12 Thesis Degree Plan Details The Thesis degree plan is designed for students who anticipate further graduate study in Sociology or a related discipline. Graduate students who select the Master of Arts Thesis degree plan are required to write a master s thesis. The thesis is an original research work that demonstrates the candidate s theoretical, methodological and substantive skills in the discipline. This degree plan is designed for students who plan to continue graduate education or whose professional interests require enhanced analytical skills. The Thesis Committee Students selecting the thesis degree plan will form a thesis committee from the graduate faculty prior to enrollment in the first thesis course (SOCI 6098: Thesis Practicum). The committee must be composed of a thesis chair and at least two sociology faculty members, all of whom have appropriate graduate faculty status. External members can also be included in the committee as additional members. With the approval of the committee chair, the department chair, the Dean of the College of Humanities and Social Sciences, and Dean of Graduate Studies the committee may include one member who is not employed by SHSU per Academic Policy Statement Selection of the chair depends on student preference and faculty availability and expertise. After a faculty member agrees to serve as chair, the student will select the other committee members with guidance from the chair. The committee must then be approved by the chair of the department and the Dean of the College of Humanities and Social Sciences. Any change in the composition of the thesis or dissertation committee will be approved in the same manner. The Thesis Prospectus Once students have selected a thesis committee chair, and after completing a minimum of 24 credit hours, including the three core required courses (SOCI 5310, SOCI 5312, and SOCI 5314) and one of the applied core elective courses (SOCI 5313, SOCI 5376, SOCI 5378, or SOCI 5380), the student may enroll in SOCI 6098: Thesis Practicum. Note that all students must receive approval from their thesis chair before registering for SOCI 6098: Thesis Practicum. As coursework in SOCI 6098: Thesis Practicum, and in consultation with the thesis chair, the student will select a subject of investigation and determine the availability of the required sources, facilities, materials, and equipment for the research and the writing of the thesis. The student will prepare a prospectus which will specify the topic, detail the purpose of the proposed investigation, describe the proposed method(s) of investigation, indicate the relationship of study to relevant research and findings of scholars in the student s area of concentration, and provide a commentary on source materials and/or facilities available for the successful completion of the research. The prospectus must be approved by the thesis committee by the end of the semester for which the student is registered for SOCI Upon committee approval, the signed prospectus is submitted to the Dean of the College of Humanities and Social Sciences for final approval. Any subsequent changes in topic or the proposed method of investigation must be approved in writing by the committee and submitted for approval to the Dean of the College of Humanities and Social Sciences. The Thesis Upon approval of the thesis proposal, students may enroll in SOCI 6099: Thesis. Masters candidates should be in regular contact with committee members throughout the thesis process. Candidates should allow the committee ample time to review draft versions of the thesis. The candidate should submit the completed thesis to the thesis committee at least two weeks prior to the scheduled defense. Students must complete their thesis and pass the formal oral defense by the deadlines scheduled in the SHSU Academic Calendar and the SHSU Thesis/Dissertation guidelines. Guides for preparation of the thesis are available from the library at 11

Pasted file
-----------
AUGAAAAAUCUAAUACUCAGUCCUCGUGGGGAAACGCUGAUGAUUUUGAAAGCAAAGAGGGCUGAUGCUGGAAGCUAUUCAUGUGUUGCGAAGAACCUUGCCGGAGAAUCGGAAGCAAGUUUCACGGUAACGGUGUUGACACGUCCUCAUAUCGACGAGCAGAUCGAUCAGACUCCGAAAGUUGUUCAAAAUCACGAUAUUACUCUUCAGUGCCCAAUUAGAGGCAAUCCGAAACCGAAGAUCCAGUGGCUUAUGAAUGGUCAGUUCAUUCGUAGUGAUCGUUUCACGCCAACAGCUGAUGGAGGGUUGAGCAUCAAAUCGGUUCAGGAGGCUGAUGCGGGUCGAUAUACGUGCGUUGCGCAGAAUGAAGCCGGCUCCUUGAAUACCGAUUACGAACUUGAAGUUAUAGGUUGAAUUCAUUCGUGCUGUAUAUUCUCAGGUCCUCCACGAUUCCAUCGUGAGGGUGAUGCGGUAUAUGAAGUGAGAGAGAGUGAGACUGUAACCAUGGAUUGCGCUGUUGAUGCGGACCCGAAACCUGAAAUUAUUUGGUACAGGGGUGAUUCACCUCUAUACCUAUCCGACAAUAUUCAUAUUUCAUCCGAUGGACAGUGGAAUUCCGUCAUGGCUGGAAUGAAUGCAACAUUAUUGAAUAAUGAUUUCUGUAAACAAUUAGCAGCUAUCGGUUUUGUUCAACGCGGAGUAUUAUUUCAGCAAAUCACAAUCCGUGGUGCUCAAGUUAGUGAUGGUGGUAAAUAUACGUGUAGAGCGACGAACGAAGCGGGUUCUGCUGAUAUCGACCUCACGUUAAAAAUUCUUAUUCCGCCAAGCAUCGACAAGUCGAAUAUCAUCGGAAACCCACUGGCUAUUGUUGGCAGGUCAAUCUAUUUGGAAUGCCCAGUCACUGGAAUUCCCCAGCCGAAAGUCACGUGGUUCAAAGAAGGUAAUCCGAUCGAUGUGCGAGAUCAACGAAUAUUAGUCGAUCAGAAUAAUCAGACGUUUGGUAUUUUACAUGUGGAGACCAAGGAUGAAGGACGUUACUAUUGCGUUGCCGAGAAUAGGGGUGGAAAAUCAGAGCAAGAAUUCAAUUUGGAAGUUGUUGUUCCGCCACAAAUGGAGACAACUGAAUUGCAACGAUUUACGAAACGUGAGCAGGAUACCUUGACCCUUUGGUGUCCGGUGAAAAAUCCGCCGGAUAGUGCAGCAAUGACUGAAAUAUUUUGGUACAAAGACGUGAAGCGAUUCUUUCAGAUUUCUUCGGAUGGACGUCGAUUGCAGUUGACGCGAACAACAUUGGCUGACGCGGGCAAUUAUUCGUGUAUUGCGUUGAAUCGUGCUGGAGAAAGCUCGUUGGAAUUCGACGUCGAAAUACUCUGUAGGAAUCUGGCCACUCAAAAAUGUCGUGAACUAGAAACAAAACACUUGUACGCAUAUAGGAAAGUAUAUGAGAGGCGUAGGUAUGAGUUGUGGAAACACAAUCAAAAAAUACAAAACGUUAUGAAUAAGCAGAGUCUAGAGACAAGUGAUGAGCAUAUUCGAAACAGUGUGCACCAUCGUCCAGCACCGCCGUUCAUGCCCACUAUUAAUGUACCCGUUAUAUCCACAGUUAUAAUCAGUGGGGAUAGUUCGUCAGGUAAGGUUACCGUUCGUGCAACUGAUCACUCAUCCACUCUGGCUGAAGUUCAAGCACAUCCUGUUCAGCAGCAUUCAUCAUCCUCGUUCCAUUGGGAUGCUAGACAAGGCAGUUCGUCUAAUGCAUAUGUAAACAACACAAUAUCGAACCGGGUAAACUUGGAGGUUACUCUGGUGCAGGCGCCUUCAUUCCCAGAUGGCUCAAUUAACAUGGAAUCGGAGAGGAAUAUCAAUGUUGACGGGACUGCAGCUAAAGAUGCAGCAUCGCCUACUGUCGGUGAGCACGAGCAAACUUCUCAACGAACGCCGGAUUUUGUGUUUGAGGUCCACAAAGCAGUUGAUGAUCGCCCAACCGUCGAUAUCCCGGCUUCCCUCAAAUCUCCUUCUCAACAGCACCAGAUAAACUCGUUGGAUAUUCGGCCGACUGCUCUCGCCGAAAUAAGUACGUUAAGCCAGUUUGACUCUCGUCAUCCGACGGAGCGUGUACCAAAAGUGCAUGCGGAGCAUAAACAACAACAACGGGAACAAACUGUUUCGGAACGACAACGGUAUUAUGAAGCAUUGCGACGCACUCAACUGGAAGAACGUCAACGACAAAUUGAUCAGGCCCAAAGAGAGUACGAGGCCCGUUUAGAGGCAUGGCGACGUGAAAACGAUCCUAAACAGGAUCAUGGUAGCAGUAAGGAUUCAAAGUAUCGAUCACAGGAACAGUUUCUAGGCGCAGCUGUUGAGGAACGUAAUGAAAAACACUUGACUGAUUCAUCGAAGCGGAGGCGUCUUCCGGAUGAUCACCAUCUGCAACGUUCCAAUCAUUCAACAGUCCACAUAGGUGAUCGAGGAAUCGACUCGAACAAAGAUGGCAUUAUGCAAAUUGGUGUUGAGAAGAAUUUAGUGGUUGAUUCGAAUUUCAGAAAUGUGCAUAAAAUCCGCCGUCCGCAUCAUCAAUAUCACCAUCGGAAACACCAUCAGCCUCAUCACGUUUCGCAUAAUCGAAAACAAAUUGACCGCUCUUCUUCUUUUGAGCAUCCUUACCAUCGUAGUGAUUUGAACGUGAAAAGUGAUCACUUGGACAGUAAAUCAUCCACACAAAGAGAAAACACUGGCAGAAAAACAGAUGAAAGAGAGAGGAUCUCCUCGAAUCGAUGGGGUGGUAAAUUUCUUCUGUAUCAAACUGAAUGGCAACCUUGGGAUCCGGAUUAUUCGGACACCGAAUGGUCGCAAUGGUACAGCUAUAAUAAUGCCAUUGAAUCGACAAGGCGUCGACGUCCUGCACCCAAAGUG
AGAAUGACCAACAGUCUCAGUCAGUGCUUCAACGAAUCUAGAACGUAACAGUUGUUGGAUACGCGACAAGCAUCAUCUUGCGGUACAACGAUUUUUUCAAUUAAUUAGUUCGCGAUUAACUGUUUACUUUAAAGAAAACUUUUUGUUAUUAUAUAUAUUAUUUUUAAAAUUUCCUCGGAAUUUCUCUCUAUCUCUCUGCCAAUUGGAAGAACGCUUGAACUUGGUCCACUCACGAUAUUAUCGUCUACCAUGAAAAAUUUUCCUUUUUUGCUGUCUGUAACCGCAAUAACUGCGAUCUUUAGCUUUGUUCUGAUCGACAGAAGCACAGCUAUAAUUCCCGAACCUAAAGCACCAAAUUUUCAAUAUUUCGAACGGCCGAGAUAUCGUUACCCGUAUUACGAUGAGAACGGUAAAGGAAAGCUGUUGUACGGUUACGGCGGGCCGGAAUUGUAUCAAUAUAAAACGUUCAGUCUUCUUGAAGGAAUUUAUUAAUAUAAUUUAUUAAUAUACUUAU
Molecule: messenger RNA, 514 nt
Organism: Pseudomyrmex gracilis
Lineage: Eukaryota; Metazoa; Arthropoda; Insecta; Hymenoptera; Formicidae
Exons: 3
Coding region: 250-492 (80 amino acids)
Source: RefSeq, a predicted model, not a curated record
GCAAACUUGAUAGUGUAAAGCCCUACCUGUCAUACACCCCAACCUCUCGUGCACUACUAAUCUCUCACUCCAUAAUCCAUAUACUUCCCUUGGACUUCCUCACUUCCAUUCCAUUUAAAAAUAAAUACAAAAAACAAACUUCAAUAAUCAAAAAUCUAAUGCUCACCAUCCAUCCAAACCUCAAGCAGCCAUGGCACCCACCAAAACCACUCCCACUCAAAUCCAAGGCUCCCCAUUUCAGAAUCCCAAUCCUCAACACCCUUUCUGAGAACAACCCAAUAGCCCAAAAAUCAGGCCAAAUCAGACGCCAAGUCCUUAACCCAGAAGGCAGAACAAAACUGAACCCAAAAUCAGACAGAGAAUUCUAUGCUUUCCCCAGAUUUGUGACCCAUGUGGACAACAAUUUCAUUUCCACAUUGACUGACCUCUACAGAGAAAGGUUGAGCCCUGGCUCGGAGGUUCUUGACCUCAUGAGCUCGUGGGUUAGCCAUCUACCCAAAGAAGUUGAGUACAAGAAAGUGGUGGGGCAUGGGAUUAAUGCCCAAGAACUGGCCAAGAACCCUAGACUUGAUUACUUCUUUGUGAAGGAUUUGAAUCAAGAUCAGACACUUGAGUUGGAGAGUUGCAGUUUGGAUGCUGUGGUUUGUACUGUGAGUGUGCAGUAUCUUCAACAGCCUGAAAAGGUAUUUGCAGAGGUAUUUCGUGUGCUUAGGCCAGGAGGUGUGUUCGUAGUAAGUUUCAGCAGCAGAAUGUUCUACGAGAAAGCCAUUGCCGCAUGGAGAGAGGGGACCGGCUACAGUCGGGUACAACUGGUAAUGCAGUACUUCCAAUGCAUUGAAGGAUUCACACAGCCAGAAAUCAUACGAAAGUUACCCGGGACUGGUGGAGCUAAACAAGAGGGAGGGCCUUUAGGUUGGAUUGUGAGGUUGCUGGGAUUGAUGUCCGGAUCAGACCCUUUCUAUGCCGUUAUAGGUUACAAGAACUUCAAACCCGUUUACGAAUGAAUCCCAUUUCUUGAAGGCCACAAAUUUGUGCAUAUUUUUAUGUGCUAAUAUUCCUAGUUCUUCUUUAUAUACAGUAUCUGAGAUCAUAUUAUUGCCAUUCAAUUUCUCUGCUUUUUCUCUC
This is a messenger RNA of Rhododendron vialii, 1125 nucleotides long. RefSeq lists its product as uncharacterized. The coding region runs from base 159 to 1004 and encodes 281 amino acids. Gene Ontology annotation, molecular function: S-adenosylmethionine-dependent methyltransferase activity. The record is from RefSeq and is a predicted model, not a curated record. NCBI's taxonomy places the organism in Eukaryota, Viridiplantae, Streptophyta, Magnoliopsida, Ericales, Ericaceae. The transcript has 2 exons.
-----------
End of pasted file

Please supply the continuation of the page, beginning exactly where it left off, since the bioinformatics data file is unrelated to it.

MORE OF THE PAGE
13 SHSU Graduation Procedures for the Thesis Degree Plan In addition to the curriculum requirements, SHSU has created a set of guidelines in order to complete the Thesis degree plan. The following steps must be completed, most in the graduating semester. A list of semester specific dates may be accessed from 1. The candidate shall submit at least one full draft chapter of the thesis to the Library for format and style review at least ten weeks prior to graduation. 2. The chair of the committee or the graduate advisor establishes a time and location for administering a verbal defense of the thesis. The defense must be held at least six weeks prior to graduation. Attendance at the defense is open to the entire university community. 3. The thesis chair will submit a signed Report of the Outcome of the Thesis/Dissertation Defense to the appropriate academic dean. 4. Upon successful completion of the defense, the candidate should obtain signatures from the thesis committee on the title page and abstract of the thesis and signature of thesis chair on the route sheet. No later than four and one-half weeks prior to the end of the anticipated semester of graduation, the candidate should submit the route sheet (see PART IV: FORMS AND CHECKLISTS in this handbook for the route sheet) and have a complete, defended and signed thesis to the Dean of the College of Humanities and Social Sciences office. 5. Upon receipt of approval from the Dean of the College of Humanities and Social Sciences, the original and the required number of acceptable copies of the thesis are taken to the Newton Gresham Library by the candidate no later than four weeks prior to the end of the anticipated semester of graduation. Reproduction of the thesis and binding costs are the responsibility of the candidate. The original copy will remain in the library collection. 6. After receiving the Library's approval, the candidate should take the signed route sheet to the Office of Graduate Studies no later than three weeks prior to the end of the anticipated semester of graduation. The Office of Graduate Studies will forward the signed route sheet to the Office of the Registrar. SHSU theses guidelines must be followed. For a detailed overview of these guidelines and tools that will assist students in their authorship of a thesis, access the library s SHSU Thesis Guidelines and Tools website: 12